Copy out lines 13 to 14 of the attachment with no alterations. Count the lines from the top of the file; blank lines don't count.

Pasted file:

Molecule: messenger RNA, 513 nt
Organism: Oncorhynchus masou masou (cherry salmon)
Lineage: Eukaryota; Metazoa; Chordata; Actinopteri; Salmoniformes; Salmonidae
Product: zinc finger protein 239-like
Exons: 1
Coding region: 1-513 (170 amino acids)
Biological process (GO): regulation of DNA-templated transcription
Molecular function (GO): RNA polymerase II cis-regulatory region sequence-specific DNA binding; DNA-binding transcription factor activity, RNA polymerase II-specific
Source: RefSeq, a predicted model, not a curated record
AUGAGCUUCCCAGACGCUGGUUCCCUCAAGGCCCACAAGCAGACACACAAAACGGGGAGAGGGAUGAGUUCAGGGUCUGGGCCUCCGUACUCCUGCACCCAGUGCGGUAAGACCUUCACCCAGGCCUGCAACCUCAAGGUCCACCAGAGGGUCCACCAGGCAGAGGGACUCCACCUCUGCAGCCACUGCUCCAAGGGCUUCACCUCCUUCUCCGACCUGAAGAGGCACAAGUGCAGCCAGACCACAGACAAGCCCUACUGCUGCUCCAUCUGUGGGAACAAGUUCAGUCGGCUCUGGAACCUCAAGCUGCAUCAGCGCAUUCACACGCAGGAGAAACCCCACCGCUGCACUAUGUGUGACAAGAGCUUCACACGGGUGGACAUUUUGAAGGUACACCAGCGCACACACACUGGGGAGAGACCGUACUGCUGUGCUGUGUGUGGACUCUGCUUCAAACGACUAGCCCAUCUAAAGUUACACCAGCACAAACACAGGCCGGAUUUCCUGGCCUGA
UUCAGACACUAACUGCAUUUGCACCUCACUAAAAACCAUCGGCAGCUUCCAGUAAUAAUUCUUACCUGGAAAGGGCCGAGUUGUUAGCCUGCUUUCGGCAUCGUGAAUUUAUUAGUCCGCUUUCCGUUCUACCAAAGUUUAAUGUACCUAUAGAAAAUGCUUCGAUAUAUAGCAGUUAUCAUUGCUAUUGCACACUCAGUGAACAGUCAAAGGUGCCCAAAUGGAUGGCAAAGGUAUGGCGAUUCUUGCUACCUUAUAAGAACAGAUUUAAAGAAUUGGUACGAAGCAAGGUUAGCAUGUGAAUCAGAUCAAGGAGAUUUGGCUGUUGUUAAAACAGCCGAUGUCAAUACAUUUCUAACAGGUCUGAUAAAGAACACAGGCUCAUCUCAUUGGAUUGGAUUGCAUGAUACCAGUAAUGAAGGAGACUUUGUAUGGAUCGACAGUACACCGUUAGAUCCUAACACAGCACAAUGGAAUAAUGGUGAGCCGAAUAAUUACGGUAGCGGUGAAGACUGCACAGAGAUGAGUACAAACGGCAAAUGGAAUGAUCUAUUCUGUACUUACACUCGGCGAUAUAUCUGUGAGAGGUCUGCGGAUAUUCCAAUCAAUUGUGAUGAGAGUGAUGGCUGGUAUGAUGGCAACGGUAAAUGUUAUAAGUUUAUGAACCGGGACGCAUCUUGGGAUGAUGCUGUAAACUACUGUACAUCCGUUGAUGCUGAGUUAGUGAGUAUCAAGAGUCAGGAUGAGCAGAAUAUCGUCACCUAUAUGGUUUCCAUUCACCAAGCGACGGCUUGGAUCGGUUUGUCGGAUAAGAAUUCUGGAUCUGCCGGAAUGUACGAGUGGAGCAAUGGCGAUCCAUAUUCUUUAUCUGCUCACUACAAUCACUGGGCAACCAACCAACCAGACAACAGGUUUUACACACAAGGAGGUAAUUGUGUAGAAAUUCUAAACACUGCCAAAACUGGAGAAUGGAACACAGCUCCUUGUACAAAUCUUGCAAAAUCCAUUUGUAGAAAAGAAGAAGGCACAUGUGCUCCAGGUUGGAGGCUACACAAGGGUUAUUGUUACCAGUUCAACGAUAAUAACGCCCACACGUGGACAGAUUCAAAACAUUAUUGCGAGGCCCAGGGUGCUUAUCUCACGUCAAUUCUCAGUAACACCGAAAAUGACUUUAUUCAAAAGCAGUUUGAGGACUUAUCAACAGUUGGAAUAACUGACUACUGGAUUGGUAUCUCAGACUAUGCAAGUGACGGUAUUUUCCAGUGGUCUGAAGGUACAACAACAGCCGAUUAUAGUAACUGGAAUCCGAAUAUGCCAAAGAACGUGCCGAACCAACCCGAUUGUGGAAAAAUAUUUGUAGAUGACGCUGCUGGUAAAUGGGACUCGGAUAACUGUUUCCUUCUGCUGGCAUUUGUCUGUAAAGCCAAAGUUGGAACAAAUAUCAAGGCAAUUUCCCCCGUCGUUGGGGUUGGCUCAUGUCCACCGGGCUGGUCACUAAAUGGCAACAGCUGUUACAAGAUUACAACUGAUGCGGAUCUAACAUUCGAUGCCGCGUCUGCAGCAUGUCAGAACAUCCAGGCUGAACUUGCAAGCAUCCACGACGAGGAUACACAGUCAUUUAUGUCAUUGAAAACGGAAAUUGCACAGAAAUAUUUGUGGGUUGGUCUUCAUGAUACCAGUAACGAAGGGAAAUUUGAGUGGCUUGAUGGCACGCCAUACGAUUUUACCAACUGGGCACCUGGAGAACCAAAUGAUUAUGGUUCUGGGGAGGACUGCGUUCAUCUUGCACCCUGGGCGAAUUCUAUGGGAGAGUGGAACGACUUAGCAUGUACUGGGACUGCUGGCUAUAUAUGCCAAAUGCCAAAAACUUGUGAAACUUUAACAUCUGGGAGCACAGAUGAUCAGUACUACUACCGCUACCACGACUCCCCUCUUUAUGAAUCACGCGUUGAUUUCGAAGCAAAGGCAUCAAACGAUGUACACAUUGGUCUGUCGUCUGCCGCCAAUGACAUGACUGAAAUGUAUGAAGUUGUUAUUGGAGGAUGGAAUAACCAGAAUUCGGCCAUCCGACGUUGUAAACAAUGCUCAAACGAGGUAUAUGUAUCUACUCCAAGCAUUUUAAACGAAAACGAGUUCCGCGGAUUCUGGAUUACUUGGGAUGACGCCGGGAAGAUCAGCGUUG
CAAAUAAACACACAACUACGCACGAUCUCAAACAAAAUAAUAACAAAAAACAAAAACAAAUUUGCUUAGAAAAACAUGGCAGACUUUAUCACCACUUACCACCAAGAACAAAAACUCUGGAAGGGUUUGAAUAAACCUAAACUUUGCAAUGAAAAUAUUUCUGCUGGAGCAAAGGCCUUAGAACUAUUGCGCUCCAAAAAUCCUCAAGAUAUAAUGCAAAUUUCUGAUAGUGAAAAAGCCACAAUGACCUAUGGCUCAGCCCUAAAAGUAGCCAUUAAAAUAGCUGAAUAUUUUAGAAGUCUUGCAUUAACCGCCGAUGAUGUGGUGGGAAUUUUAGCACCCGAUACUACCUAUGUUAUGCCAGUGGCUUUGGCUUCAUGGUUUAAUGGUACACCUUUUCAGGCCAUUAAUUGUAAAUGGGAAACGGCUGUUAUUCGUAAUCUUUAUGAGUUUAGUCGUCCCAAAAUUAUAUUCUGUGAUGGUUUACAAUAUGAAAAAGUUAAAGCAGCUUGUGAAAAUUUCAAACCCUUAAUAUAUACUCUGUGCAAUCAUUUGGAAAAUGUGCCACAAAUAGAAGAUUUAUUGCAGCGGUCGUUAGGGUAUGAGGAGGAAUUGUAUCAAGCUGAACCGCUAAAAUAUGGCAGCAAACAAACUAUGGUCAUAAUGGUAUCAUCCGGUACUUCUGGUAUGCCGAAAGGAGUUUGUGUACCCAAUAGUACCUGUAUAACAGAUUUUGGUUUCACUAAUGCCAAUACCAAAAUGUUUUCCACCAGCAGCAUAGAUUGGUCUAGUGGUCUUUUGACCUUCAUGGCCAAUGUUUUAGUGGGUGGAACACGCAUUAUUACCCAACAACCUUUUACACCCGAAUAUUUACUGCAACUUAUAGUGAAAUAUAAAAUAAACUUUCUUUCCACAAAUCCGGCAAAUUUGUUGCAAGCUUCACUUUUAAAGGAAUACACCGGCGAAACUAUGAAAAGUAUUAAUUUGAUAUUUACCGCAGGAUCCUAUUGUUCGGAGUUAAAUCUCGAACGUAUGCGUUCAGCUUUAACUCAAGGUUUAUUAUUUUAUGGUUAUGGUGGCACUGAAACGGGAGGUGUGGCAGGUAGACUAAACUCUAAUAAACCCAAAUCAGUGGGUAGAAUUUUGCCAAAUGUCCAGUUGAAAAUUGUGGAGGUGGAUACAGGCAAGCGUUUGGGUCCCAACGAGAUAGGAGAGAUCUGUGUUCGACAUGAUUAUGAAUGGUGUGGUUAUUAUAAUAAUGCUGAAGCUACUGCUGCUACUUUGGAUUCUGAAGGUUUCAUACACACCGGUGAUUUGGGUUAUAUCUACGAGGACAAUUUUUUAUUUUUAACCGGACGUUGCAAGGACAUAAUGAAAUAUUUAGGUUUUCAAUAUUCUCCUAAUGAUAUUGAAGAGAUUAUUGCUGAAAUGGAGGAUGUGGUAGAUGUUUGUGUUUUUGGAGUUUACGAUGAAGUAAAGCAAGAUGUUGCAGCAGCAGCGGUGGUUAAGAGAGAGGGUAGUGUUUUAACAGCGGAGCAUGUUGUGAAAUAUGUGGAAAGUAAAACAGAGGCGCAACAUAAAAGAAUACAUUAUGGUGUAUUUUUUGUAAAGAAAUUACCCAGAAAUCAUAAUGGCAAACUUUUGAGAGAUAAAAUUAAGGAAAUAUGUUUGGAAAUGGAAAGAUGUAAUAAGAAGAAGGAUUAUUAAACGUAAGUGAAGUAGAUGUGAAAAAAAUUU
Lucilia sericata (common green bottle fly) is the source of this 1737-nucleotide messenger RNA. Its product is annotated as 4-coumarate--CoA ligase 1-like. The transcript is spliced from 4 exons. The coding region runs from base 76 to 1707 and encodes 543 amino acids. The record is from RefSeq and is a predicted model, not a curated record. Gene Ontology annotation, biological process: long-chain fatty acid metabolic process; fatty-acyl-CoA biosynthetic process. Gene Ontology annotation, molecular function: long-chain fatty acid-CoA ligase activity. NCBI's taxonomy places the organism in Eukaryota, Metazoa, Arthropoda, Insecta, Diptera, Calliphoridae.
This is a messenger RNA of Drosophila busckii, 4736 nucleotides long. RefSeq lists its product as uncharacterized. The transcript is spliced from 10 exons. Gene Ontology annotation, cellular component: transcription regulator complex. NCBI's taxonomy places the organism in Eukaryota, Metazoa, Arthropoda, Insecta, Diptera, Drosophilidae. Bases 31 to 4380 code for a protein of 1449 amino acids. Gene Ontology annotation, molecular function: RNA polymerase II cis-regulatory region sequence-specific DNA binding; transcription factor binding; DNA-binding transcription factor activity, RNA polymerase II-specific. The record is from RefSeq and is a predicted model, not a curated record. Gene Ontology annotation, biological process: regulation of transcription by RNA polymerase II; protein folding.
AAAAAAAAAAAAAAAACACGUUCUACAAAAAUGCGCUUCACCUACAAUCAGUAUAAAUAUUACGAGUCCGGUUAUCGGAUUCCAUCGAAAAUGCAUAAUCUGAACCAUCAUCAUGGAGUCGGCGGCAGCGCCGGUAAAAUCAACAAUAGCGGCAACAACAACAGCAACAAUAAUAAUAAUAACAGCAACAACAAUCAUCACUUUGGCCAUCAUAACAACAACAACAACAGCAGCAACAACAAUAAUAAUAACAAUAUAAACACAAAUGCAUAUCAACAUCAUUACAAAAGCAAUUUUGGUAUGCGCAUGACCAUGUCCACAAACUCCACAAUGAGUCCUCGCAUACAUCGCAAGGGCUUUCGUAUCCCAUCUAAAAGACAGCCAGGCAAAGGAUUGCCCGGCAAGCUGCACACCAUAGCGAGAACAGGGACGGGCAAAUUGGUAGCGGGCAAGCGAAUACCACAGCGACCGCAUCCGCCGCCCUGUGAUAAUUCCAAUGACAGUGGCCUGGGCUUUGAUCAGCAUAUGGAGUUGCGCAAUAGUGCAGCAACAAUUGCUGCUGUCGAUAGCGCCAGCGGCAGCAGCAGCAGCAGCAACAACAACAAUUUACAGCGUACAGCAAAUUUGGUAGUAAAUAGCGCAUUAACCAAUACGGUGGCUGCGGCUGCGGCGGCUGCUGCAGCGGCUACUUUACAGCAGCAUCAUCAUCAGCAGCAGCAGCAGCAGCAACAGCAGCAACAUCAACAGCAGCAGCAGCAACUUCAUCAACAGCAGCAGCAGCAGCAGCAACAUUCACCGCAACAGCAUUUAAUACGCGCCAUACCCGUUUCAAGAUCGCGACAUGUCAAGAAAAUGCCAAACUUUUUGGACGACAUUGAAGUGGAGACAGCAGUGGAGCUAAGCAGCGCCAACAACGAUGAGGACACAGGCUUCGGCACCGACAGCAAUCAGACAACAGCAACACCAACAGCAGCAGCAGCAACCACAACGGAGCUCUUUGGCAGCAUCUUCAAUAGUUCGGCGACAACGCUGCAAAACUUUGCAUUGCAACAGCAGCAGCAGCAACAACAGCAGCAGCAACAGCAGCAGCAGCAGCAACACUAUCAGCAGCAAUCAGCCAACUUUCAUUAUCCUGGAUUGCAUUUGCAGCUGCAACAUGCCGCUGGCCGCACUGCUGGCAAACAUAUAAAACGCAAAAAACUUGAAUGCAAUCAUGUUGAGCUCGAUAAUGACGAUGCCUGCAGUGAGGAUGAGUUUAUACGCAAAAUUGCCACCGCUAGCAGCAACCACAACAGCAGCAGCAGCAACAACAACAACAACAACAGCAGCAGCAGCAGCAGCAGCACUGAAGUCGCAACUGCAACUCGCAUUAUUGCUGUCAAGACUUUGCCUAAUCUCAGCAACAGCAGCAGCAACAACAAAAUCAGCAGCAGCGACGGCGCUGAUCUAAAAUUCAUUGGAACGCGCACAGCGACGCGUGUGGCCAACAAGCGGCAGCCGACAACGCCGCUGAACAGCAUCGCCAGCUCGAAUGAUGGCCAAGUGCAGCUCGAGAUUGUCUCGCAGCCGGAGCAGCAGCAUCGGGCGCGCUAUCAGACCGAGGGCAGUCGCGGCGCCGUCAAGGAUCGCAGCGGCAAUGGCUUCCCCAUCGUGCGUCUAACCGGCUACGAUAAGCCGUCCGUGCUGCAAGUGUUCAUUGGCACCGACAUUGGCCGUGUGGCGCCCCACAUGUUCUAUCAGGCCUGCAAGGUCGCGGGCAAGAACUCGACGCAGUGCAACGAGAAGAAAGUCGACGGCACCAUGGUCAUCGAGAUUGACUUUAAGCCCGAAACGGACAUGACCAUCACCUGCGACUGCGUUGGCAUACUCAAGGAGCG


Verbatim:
Lucilia sericata (common green bottle fly) is the source of this 1737-nucleotide messenger RNA. Its product is annotated as 4-coumarate--CoA ligase 1-like. The transcript is spliced from 4 exons. The coding region runs from base 76 to 1707 and encodes 543 amino acids. The record is from RefSeq and is a predicted model, not a curated record. Gene Ontology annotation, biological process: long-chain fatty acid metabolic process; fatty-acyl-CoA biosynthetic process. Gene Ontology annotation, molecular function: long-chain fatty acid-CoA ligase activity. NCBI's taxonomy places the organism in Eukaryota, Metazoa, Arthropoda, Insecta, Diptera, Calliphoridae.
This is a messenger RNA of Drosophila busckii, 4736 nucleotides long. RefSeq lists its product as uncharacterized. The transcript is spliced from 10 exons. Gene Ontology annotation, cellular component: transcription regulator complex. NCBI's taxonomy places the organism in Eukaryota, Metazoa, Arthropoda, Insecta, Diptera, Drosophilidae. Bases 31 to 4380 code for a protein of 1449 amino acids. Gene Ontology annotation, molecular function: RNA polymerase II cis-regulatory region sequence-specific DNA binding; transcription factor binding; DNA-binding transcription factor activity, RNA polymerase II-specific. The record is from RefSeq and is a predicted model, not a curated record. Gene Ontology annotation, biological process: regulation of transcription by RNA polymerase II; protein folding.